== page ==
Sunday, November 23, 2008

Bashista Orchards & Cider Mill

It has been unseasonably (and bitterly) cold for the last week or so here in the Pioneer Valley. The high yesterday might have been 30 degrees - in the sun. And with the windchill, it feels even colder - more like 20. So we're looking for any and all ways to stay warm. Today that amounted to a drive in Mr. valleywriter's car that has heated seats (or "butt warmers" as I like to call them) out to Bashista Orchards & Cider Mill in Southampton for some local apple cider and freshly made cider doughnuts.

Bashista Orchards & Cider Mill is located on East Street in Southampton. Bashista's grows its own apples, peaches, pears, plums and cherries. A large white barn houses the farm stand, which sells not only the fruits from the orchards, but also seasonal vegetables, jellies, pies, salad dressings, honey and more.

In the fall, Bahsista's also makes and sells its own apple cider and cider doughnuts. If you don't know what a cider doughnut is, I seriously feel for you. Come September, they are a New England institution. These wonderful little brown circles of goodness are brown and crispy on the outside and soft and cakey on the inside. They're made with apple cider (hence the name), so they have a slight hint of apple flavor and are perfect for munching on while sipping a cup of warm milled cider.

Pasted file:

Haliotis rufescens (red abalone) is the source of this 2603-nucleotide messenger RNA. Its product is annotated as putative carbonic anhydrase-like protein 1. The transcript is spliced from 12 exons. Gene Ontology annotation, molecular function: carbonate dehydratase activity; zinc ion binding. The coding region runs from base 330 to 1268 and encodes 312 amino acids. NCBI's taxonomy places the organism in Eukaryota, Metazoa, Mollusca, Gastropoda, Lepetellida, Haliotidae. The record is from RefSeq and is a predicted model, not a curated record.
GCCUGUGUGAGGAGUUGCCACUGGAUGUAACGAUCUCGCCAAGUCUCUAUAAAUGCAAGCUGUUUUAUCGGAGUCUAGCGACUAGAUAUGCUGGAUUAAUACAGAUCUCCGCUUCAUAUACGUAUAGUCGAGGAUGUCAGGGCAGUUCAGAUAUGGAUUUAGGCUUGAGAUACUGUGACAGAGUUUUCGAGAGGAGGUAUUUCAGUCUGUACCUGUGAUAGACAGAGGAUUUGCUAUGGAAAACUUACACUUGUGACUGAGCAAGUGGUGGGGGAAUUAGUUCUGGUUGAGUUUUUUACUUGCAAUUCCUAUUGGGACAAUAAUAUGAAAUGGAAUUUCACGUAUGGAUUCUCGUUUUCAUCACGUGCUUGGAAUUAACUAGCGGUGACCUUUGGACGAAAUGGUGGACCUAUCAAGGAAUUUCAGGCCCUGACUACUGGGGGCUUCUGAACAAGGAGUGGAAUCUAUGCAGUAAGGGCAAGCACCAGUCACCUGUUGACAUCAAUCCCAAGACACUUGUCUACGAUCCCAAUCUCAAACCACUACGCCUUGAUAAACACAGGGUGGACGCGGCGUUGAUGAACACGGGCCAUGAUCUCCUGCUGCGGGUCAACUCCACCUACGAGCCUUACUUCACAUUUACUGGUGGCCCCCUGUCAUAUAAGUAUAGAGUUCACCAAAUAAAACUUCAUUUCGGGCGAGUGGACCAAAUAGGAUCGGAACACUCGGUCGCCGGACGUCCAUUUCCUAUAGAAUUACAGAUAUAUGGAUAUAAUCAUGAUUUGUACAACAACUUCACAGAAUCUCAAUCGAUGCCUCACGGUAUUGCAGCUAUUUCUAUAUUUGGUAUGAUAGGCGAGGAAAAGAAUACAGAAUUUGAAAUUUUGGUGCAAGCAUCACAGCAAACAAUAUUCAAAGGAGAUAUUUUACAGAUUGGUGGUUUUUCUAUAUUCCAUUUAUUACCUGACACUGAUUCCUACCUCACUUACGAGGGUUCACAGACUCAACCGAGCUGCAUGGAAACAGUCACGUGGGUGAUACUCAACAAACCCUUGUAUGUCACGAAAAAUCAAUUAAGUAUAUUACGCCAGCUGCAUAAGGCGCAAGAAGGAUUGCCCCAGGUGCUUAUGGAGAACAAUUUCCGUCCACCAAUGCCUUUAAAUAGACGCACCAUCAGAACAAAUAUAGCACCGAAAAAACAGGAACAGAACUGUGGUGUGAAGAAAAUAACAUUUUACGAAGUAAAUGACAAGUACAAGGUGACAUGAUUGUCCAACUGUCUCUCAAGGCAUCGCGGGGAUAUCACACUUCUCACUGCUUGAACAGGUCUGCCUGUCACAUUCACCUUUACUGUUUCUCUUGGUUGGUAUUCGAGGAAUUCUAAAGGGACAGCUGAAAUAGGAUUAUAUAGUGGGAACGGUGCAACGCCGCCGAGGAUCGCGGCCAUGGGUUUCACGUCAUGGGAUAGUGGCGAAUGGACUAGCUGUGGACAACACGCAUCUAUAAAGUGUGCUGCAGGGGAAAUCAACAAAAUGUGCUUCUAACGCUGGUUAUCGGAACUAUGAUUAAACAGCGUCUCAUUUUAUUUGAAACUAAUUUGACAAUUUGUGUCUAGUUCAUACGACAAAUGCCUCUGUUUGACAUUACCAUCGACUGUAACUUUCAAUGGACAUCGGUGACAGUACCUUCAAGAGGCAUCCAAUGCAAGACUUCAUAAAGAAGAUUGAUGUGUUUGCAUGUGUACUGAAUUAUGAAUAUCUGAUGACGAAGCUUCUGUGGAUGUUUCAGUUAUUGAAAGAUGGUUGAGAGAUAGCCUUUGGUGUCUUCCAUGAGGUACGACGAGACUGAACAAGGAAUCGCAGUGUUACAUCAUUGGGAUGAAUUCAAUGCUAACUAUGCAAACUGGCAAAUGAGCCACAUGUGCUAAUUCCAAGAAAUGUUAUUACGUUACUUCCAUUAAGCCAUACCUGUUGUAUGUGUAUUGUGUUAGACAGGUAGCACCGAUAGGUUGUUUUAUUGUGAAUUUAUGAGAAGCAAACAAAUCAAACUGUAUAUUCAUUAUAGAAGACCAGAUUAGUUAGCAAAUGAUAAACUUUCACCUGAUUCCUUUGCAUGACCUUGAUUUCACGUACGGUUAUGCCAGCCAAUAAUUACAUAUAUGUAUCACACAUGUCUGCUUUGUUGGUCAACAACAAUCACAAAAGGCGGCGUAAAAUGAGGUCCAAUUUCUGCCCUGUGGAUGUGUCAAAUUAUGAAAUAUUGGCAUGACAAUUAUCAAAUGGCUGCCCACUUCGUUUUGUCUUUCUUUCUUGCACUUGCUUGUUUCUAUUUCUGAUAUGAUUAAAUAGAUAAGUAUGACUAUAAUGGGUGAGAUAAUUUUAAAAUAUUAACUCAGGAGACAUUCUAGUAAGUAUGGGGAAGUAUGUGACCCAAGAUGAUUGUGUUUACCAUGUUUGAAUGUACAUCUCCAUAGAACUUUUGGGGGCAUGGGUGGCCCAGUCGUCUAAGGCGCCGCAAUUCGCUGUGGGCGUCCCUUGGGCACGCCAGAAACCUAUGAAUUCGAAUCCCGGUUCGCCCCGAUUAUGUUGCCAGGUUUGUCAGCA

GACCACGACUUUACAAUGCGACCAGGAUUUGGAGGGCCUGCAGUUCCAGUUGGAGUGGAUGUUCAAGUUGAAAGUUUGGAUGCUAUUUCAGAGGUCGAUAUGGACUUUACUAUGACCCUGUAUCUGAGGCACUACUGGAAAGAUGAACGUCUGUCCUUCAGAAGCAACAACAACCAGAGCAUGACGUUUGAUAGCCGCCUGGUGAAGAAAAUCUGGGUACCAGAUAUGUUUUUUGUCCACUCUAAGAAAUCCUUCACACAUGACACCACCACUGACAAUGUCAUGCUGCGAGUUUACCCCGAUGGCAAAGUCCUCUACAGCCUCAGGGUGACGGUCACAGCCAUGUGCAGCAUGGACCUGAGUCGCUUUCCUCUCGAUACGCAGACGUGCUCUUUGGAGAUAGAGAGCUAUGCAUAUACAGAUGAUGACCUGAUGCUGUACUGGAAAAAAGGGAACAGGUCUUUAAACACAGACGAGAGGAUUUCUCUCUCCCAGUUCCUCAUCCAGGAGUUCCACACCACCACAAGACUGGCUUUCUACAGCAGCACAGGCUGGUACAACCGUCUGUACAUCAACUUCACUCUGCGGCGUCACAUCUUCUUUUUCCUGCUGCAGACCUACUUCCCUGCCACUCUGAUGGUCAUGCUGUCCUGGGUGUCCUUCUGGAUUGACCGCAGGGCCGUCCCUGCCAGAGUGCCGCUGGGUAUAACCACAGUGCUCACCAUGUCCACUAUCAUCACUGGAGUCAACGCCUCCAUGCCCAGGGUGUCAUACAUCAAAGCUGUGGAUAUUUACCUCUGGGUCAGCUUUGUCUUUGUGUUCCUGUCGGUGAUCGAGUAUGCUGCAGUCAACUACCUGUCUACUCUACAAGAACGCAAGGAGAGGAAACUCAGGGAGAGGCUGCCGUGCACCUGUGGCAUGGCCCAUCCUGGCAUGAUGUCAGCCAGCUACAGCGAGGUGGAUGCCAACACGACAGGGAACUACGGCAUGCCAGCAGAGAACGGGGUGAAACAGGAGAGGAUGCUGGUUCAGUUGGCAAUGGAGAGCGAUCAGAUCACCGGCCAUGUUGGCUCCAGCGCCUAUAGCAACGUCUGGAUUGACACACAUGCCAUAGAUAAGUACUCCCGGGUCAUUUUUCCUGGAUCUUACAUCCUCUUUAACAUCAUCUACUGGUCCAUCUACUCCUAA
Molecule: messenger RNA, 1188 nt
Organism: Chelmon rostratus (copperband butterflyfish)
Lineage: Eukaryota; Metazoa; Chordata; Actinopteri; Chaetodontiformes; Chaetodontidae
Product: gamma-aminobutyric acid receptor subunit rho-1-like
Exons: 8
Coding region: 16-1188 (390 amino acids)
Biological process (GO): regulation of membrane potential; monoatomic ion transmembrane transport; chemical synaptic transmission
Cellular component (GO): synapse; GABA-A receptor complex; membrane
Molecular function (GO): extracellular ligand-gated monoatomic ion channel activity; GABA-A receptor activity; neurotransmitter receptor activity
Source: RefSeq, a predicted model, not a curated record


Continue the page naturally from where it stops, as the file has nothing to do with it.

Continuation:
I think Homer Simpson's "Mmmm... doughnuts...." saying may have come from the experience of smelling fresh cider doughnuts hot out of the pan. At least, that's how I felt the minute I stepped into Bashista's. We followed our noses to the back counter, where we found an array of freshly made doughnuts. Bashista's has the two main types of cider doughnuts - plain and sugar coated - as well as some new-to-us varieties like "apple crisp" and "pumpkin." We picked out a small pack of the traditional sugar and a small pack of pumpkin, along with a quart of apple cider, and headed back home to enjoy.

We mulled the cider by letting it simmer in a saucepan with a packet of mulling spices for about 20 minutes. We sat down and dug in (after Mr. valleywriter set up this beautiful shot for you):
The doughnuts tasted just as wonderful as they had smelled in the shop. The pumpkin variety had just the slight hint of pumpkin, certainly not overpowering. They were a nice change of pace, but I have to admit the traditional sugar doughnuts still have a special place in my heart and always will.

1 comment:

lisa from dandysugar said...

Cider donuts?? Oh, YUM! These look so good!